When Julian sings the first lines, “Imagine there’s no heaven / It’s easy if you try,” his voice is natural, way up front in the mix, and embedded on high—and, yes, he sounds very much like his father. As Julian takes the requisite pause between certain lines, Nuno mirrors what John initially played on piano on the 1971 original, taking care to weave in and around Julian’s vocals slightly right and left of center, but he never steps on them. Nuno is a seasoned accompanist, and it shows all throughout this track.

When Julian gets to “Above us, only sky,” I have to slightly amend that statement to include his voice in the tally, since it resides in this mix right on up alongside said sky. You’ll further note how Julian’s measured tone and take on each word carries different weight all throughout the song, his punching of certain words like “people” and “living” coming across with more volume and emphasis.

Nuno finally joins in to first harmonize on the lines, “Sharing all the world” and “You may say I’m a dreamer,” and continues doing so to the track’s end—and his joining in is very much an earned payoff when it finally comes to pass 2½ minutes into the track. (If you want to hear exactly why Nuno is such the perfect harmonizer here, I suggest cueing up “More Than Words,” Extreme’s heartfelt No. 1 single from the spring of 1991, to hear just how well he harmonizes on that song with lead singer Gary Cherone.)

For an interpretation that only has a singular lead vocal, minimal harmonizing, and acoustic guitar accompaniment as its lone instrumentation, “Imagine” evidences much deeper impact in its Atmos form. Imagine there is no barrier to your enjoyment of the full scope of Julian Lennon’s touching “Imagine”—or, to re-borrow an early line from this perpetually iconic song, it’s easy if you try.


R&B/soul powerhouse Whitney Houston—a.k.a. “The Voice”—was very much on a major roll when her June 1987 sophomore album Whitney first made its unstoppable presence known. The super-catchy lead single “I Wanna Dance With Somebody (Who Loves Me)” instantly shot to No. 1, and it only shows more evidence of its pure joie de vivre in Atmos.

A most decidedly ’80s-flavored bass synth and percussion programming take center stage to start the track, with Houston’s “hohh” and “yeah” ad libs lightly floating in on high, left and right of center until her unmistakable “wooh!” leads into the song’s signature synth-horn hook.

Houston continues her centralized “oohs” and “yeahs” until the horn synth foreshadows the eventual chorus hook, giving way to her taking over the proceedings with the opening line, “Clock strikes upon the hour,” percussive accents filling in all around her and producer Narada Michael Walden’s pinpoint drumming spread wide across the stage. Each line of the first verses shows Houston’s inimitable vocal prowess—as well as her restraint not to over-sing anything quite so early in the song (or at any point in the song, really).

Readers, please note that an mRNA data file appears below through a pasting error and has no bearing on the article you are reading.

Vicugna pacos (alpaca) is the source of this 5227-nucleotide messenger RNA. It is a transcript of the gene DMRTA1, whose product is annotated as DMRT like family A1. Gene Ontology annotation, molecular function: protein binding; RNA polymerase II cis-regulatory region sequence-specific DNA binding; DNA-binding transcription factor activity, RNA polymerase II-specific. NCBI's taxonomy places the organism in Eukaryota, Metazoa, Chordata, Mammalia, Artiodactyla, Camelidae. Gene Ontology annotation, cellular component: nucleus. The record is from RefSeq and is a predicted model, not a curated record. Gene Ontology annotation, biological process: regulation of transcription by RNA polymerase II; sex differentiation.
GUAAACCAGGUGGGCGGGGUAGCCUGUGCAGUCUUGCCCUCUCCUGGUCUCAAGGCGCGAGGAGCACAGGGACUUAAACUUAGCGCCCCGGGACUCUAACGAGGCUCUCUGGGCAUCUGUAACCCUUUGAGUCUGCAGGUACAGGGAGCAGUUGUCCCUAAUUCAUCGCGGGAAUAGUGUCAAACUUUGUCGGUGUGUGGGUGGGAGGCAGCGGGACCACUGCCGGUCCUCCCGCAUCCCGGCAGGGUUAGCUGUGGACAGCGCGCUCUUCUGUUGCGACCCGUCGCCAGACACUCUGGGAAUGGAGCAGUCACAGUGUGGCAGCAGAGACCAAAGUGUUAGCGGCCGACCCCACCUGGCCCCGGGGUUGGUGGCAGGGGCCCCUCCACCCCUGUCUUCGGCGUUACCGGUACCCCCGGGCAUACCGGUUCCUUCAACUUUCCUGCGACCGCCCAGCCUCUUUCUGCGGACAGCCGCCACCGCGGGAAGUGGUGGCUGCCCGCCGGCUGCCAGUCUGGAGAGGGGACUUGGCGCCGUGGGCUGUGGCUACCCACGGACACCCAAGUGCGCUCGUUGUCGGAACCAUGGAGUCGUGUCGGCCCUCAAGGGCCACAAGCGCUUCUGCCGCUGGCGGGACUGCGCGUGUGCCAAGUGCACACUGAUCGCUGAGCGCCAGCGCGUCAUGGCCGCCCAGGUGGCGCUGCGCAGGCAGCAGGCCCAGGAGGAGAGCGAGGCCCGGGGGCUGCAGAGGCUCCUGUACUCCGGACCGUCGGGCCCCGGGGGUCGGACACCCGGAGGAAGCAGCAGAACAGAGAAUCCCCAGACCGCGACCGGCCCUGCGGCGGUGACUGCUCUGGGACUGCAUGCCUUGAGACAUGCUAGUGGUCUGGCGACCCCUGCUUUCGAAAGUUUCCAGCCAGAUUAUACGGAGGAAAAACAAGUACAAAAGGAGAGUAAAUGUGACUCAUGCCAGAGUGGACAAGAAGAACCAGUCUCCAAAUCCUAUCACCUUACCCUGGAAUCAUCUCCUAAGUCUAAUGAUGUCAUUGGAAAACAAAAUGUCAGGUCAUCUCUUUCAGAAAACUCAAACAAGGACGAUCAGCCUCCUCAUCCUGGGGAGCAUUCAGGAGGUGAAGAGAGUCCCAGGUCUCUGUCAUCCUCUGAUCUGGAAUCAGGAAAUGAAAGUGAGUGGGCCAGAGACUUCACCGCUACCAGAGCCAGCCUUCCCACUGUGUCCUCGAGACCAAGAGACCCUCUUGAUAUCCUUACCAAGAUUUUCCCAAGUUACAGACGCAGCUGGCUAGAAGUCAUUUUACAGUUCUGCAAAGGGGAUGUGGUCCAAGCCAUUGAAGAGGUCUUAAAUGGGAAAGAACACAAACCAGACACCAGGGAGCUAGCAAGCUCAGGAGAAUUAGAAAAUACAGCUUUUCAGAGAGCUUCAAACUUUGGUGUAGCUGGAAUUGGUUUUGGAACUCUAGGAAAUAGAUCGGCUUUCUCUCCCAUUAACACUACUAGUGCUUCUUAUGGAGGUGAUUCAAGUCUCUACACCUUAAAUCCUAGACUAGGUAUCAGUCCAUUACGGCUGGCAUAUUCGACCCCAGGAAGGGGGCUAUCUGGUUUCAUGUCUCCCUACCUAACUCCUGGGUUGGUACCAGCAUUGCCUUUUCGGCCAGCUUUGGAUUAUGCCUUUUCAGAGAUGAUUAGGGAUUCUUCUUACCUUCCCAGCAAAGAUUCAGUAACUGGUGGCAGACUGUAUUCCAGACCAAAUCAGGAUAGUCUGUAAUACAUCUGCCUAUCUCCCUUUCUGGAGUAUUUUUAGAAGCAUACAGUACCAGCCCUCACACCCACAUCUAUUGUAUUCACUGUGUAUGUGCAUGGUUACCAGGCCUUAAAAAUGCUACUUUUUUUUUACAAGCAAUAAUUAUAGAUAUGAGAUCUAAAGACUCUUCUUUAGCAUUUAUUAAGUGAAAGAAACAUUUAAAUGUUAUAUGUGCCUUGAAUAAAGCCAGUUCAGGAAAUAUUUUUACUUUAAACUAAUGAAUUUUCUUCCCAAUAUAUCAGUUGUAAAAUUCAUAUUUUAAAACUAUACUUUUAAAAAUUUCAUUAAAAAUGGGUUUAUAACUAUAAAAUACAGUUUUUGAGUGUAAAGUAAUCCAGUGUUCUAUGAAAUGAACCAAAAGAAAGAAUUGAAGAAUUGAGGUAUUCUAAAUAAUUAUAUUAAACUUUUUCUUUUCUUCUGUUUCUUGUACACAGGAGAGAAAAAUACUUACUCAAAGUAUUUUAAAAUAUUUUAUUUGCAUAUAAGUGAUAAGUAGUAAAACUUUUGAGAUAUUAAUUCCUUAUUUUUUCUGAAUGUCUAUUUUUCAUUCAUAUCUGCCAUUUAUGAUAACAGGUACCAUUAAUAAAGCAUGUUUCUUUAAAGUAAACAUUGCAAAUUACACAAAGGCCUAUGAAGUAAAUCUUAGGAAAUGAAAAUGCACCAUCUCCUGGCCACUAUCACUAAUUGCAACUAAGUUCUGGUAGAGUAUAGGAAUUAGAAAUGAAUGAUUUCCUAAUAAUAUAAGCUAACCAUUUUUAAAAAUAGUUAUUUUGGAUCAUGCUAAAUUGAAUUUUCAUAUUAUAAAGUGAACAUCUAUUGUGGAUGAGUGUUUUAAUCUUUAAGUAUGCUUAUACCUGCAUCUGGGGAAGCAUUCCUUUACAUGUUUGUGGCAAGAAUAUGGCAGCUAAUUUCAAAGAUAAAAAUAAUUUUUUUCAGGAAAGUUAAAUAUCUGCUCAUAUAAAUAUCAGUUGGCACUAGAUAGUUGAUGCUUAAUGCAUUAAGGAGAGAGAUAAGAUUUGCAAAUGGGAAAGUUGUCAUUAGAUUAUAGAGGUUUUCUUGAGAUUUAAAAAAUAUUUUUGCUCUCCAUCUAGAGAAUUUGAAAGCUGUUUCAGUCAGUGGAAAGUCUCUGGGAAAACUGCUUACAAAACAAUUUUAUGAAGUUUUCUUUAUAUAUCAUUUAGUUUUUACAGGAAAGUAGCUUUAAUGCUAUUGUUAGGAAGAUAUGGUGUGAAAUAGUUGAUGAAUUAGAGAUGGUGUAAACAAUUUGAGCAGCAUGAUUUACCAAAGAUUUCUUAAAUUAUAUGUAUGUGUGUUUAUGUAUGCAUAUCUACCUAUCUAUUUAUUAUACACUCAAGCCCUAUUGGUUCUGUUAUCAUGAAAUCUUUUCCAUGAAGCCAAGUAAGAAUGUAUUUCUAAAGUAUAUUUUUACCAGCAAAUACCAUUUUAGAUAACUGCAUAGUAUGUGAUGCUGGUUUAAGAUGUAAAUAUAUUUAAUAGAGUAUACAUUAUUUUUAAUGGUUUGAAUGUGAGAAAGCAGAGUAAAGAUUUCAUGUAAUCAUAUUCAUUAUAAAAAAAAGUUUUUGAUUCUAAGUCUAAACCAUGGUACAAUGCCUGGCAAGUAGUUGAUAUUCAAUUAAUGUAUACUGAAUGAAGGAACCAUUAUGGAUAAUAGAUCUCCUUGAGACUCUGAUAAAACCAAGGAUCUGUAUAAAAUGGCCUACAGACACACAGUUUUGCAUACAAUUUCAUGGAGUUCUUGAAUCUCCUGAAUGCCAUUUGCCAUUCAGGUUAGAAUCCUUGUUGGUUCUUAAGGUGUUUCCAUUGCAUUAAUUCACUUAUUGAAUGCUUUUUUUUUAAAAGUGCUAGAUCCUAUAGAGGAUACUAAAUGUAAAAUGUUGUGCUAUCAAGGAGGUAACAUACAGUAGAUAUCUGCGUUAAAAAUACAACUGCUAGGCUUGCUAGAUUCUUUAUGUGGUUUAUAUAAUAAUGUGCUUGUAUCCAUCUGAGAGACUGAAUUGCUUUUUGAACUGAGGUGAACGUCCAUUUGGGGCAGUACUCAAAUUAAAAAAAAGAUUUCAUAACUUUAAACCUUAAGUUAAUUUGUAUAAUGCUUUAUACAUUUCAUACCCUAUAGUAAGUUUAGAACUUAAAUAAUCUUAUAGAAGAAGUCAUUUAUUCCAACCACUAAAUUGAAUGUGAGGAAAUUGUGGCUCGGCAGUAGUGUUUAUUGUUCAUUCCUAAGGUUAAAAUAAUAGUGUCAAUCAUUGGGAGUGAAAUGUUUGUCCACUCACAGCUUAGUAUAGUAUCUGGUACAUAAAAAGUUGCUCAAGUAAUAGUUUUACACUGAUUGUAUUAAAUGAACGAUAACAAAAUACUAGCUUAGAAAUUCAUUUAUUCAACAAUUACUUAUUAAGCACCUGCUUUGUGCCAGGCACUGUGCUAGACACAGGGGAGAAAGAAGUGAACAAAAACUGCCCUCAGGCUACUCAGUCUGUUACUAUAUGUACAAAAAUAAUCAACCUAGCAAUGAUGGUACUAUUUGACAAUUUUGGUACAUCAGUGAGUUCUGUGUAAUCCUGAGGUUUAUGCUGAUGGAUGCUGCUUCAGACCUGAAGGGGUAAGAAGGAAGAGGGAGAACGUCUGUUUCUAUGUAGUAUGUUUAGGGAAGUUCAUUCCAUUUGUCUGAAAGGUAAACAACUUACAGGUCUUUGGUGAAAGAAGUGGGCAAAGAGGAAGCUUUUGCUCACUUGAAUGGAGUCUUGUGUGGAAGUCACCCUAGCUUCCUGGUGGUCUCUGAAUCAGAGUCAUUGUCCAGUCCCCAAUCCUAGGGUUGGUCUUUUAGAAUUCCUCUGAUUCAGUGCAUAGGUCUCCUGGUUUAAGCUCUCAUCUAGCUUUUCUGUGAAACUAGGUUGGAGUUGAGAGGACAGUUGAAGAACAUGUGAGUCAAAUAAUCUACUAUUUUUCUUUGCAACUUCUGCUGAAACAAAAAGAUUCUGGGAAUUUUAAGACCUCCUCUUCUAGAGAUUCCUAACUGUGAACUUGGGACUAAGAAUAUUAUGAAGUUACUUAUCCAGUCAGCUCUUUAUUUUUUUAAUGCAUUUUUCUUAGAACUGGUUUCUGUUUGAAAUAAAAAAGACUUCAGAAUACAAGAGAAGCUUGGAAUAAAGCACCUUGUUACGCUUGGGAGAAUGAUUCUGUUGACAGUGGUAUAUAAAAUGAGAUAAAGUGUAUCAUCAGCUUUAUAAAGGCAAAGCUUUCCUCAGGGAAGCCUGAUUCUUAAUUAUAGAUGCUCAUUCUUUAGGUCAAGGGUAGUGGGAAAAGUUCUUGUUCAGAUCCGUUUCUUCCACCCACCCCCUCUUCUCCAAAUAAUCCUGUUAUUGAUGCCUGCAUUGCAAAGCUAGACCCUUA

When Houston gets to the first reading of the title phrase segment that’s not in parentheses, the stacked background vocals behind the lead lend just the right amount of support cocooned around her while she dominates the centralized field. Houston takes the briefest of pauses before adding a slight lilt to each time she sings the word “heat,” in turn making it, well, an absolute treat to hear the subtle differences during each pass.

She dials it back for the next verse, Walden’s core drumming now mostly center right, and the percussion programming continuing to make its presence known across the field. When Houston gets to the second reading of, “When the night falls / My lonely heart calls,” you can feel the yearning in her voice.

During the next chorus, take note of the snarl Houston adds to “wanna” before she extends the vowel in “heat.” The stacked background vocals roll over to the left for their first delivery of “somebody” and “who,” then get re-centered for their next reading. Those vocals and some of the instrumentation fall back to let Whitney ultimately take charge to describe what she wants and needs in the moment.

Then it’s pure Houston magic on display during each successive repetition of the chorus and song title, a few skyward “woos” and “hoos” serving as clear precursors to the kind of trills Mariah Carey would eagerly embrace just a few years later. A few laughs lead into the “don’tcha wanna dance / with me baby” denouement, an uplifting sequence with super-stacked vocal repeats of the word “dance” high up and somewhat back in the mix to carry it all to the fade.

Thanks to the unbridled joy of “I Wanna Dance With Somebody,” Houston can’t help but dance her way directly into your heart in Atmos.